AMY GOODMAN: Well, your book is getting a lot of positive reviews. The New York Times Book Review—
RUSSELL BRAND: And at times being savaged!
AMY GOODMAN: New York Times Book Review said "a relentless ride"—well, no, this was actually about My Booky Wook, your previous book.
RUSSELL BRAND: Yeah, this one, people can’t wade into it hard enough.
AMY GOODMAN: "A relentless ride...The bloke can write." And Dwight Garner of The New York Times said, "I laughed out loud at least a dozen times."
RUSSELL BRAND: "Before I opened it."
AMY GOODMAN: That was—
RUSSELL BRAND: That’s a Groucho Marx joke.
AMY GOODMAN: But I want to go to your moment in American media—you’ve had many, but this one was your appearance on MSNBC’s Morning Joe last year, with co-host Mika Brzezinski introducing you by saying, quote, "He’s a really big deal, I’m told. I’m not very pop-cultured, I’m sorry," and another co-host—well, that was Katty Kay, your countrywoman here from Britain—she does BBC in the United States—Katty Kay continually referring to you as Willy or Willy Brandt, right, the former German chancellor. About six minutes into the interview, the bottom of the screen reads, quote, "Russell Brand Takes Over, Dominating the MJ Set." This is a clip.
MIKA BRZEZINSKI: OK, Russell Brand—
RUSSELL BRAND: This is what you all do for a living?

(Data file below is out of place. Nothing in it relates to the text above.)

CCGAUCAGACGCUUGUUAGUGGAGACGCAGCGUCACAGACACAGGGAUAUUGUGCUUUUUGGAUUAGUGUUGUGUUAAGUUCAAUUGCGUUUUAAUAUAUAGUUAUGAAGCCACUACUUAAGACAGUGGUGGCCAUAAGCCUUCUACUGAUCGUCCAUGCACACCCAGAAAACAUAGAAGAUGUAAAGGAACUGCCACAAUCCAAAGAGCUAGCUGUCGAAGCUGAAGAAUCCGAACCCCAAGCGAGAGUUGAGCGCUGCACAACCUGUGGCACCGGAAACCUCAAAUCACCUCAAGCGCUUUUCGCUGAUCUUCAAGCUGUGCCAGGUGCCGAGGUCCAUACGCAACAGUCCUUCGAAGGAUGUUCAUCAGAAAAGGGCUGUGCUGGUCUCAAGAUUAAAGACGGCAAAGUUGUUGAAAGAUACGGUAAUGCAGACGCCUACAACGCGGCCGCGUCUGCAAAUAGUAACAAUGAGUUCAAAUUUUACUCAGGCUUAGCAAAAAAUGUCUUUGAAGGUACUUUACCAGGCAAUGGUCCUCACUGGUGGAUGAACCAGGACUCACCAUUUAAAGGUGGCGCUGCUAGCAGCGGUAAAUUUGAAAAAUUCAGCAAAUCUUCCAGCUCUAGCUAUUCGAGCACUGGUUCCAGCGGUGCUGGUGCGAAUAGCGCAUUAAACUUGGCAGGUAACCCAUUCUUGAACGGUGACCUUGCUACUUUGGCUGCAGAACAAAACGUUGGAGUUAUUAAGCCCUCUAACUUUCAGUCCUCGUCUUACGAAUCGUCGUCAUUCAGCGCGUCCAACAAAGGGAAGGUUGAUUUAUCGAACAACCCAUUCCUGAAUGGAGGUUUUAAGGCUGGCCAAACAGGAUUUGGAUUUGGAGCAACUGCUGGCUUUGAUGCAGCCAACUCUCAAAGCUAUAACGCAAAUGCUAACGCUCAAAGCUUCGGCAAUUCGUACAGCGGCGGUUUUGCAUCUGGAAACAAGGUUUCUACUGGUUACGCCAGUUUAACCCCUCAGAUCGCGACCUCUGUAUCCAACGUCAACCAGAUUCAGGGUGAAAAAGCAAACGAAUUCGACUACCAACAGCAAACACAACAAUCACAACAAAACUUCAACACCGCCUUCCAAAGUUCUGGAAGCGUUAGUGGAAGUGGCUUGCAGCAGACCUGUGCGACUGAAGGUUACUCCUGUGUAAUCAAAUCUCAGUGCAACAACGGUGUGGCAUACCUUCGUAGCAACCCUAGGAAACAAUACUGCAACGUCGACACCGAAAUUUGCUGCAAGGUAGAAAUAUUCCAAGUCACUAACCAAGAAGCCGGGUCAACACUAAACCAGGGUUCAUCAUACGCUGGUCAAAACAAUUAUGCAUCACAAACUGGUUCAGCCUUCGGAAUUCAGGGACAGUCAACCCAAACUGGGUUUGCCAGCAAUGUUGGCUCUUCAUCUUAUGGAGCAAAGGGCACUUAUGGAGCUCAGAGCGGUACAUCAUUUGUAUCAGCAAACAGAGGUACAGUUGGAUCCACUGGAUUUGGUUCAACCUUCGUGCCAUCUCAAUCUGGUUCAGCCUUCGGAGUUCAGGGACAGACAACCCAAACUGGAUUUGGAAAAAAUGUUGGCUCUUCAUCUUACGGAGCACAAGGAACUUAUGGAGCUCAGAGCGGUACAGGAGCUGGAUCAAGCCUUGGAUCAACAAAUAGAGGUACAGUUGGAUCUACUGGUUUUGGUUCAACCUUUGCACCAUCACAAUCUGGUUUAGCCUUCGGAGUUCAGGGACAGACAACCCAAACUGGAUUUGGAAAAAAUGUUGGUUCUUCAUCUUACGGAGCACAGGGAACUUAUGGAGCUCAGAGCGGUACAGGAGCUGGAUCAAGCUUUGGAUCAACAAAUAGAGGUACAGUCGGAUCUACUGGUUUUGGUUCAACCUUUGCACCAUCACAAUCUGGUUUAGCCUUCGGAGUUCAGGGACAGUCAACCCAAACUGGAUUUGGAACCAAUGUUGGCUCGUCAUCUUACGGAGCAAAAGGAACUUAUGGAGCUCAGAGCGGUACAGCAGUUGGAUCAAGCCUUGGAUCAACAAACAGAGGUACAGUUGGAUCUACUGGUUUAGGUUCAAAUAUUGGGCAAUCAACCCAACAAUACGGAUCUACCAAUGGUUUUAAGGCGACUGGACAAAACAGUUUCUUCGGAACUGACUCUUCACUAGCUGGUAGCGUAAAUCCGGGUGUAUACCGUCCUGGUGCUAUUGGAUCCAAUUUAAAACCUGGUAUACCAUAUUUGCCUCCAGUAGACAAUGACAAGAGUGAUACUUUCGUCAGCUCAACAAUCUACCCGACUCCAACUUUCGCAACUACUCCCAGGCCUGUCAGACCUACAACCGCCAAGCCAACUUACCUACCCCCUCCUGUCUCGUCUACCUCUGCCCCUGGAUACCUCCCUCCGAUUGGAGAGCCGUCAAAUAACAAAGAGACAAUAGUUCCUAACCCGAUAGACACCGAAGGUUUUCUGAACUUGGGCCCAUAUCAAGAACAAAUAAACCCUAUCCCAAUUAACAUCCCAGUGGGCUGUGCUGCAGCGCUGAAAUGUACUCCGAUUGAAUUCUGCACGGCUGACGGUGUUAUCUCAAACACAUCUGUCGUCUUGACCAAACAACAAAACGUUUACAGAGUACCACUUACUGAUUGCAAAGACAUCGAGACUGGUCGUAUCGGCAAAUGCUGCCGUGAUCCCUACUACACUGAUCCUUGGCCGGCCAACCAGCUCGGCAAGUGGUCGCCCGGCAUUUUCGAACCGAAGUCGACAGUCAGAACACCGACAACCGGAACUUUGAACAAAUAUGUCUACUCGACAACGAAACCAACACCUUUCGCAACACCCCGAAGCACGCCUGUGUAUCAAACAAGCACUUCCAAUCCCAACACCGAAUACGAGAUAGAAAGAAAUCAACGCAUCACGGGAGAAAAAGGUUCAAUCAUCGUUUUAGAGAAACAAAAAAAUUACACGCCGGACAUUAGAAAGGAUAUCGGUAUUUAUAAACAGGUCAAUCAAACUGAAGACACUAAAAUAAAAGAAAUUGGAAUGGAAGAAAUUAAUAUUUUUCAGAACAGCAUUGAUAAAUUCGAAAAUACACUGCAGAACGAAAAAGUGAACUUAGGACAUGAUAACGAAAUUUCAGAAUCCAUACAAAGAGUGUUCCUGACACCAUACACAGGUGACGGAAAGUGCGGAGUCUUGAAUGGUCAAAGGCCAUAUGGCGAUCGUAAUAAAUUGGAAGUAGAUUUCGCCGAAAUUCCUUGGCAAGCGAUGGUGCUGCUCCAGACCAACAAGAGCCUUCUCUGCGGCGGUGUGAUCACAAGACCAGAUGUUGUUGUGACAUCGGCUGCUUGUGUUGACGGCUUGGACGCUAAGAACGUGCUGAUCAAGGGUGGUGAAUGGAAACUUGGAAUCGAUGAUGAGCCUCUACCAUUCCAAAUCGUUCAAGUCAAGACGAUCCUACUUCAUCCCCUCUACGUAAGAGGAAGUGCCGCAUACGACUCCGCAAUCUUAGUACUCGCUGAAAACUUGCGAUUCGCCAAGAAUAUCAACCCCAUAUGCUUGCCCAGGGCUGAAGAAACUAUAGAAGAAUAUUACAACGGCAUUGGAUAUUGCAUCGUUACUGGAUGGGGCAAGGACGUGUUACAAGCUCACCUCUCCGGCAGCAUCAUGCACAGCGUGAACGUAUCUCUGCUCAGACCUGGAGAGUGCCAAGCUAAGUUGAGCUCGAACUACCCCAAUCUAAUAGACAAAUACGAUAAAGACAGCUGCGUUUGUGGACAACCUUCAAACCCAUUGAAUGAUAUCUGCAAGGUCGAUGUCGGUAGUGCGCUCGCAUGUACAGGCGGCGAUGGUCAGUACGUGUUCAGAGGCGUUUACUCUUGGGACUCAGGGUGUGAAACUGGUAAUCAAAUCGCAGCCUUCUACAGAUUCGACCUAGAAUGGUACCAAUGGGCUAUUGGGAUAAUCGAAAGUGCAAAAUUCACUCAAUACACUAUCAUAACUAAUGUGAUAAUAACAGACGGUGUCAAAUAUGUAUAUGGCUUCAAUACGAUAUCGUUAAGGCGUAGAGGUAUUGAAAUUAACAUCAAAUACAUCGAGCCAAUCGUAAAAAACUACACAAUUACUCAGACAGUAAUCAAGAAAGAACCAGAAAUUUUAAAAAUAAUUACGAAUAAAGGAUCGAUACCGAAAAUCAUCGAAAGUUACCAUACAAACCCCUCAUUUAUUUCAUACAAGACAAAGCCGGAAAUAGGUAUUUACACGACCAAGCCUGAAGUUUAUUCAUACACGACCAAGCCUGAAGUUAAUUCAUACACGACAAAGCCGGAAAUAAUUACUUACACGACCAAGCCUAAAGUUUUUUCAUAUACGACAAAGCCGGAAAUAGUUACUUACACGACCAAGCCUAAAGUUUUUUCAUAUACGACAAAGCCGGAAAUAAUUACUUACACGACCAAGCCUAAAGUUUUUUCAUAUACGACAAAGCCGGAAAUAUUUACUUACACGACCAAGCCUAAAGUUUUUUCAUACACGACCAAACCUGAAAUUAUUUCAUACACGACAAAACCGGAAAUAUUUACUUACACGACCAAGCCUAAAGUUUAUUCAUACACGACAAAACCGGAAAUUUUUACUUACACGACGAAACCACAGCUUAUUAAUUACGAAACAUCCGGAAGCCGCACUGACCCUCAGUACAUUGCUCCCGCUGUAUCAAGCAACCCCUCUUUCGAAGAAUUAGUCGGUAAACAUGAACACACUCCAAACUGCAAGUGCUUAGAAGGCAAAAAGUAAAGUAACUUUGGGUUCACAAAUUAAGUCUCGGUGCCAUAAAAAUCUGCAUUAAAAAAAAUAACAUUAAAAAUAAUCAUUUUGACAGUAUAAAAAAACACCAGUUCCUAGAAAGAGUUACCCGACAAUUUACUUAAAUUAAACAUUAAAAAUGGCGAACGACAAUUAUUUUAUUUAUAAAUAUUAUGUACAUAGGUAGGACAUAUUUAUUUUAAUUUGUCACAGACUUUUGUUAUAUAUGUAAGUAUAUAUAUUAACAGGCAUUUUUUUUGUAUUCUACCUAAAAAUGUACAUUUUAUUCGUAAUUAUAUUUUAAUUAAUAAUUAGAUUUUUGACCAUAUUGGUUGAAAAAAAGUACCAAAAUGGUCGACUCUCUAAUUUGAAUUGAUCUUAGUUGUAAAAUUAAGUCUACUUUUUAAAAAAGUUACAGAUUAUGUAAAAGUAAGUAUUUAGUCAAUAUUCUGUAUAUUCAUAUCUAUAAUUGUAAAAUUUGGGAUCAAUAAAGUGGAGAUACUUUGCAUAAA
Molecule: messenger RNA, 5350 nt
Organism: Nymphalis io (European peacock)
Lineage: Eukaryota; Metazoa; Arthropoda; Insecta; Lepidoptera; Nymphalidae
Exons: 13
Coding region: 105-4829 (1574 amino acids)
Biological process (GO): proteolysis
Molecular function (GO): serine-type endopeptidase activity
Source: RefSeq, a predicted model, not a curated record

MIKA BRZEZINSKI: Yes, yes.
RUSSELL BRAND: OK. But I’m here to—
MIKA BRZEZINSKI: I’m a professional.
RUSSELL BRAND: OK, well, let me help you. I’m here to—
KATTY KAY: Russell.
RUSSELL BRAND: —promote a tour called "Messiah Complex." It’s here for the people of America. I want the people of America to come and see me do stand-up. Go to RussellBrand.tv, where you can purchase tickets to see me. These people, I’m sure, are typically very, very good at their jobs. What are you? You’re conveying news to the people of America?
BRIAN SHACTMAN: Yes.
RUSSELL BRAND: People of America, we’re going to be OK. Everything’s all right. These are your trusted anchors.
KATTY KAY: [inaudible]
RUSSELL BRAND: Is that news lingo? Here’s your papers. I’ll shuffle them for you.
MIKA BRZEZINSKI: Oh, shuffle, shuffle the [inaudible].
RUSSELL BRAND: Give us that.
MIKA BRZEZINSKI: That’s good.
KATTY KAY: Pen. You need a pen, Russell, definitely.
RUSSELL BRAND: OK, coming up later. Thank you very much, Kat. OK, we’re going to be talking about the situation with Edward Snowden, this whistleblower. Is it good what he’s done for America? Or are our sectrets being jeopardized by his intentions? We’re going to be talking about that.
AMY GOODMAN: And there you have just a moment on Morning Joe. What happened?
RUSSELL BRAND: Well, what happened was, I went onto the television, and I was trying my hardest to be nice, and everyone was rude to me. So I defended myself, under the protocols of Britain, by just saying, "Stop bullying me, you lot. And also be more professional. If you’re going to condescend to someone, don’t condescend from the gutter."
AMY GOODMAN: And you took over the notes?
RUSSELL BRAND: Yeah, oh, yeah, and then sort of just hosted the show.
AMY GOODMAN: Became a news reader.
RUSSELL BRAND: Yeah, in, I thought, a professional way.
AMY GOODMAN: What do you think of the U.S. media? I mean, you’re there a lot.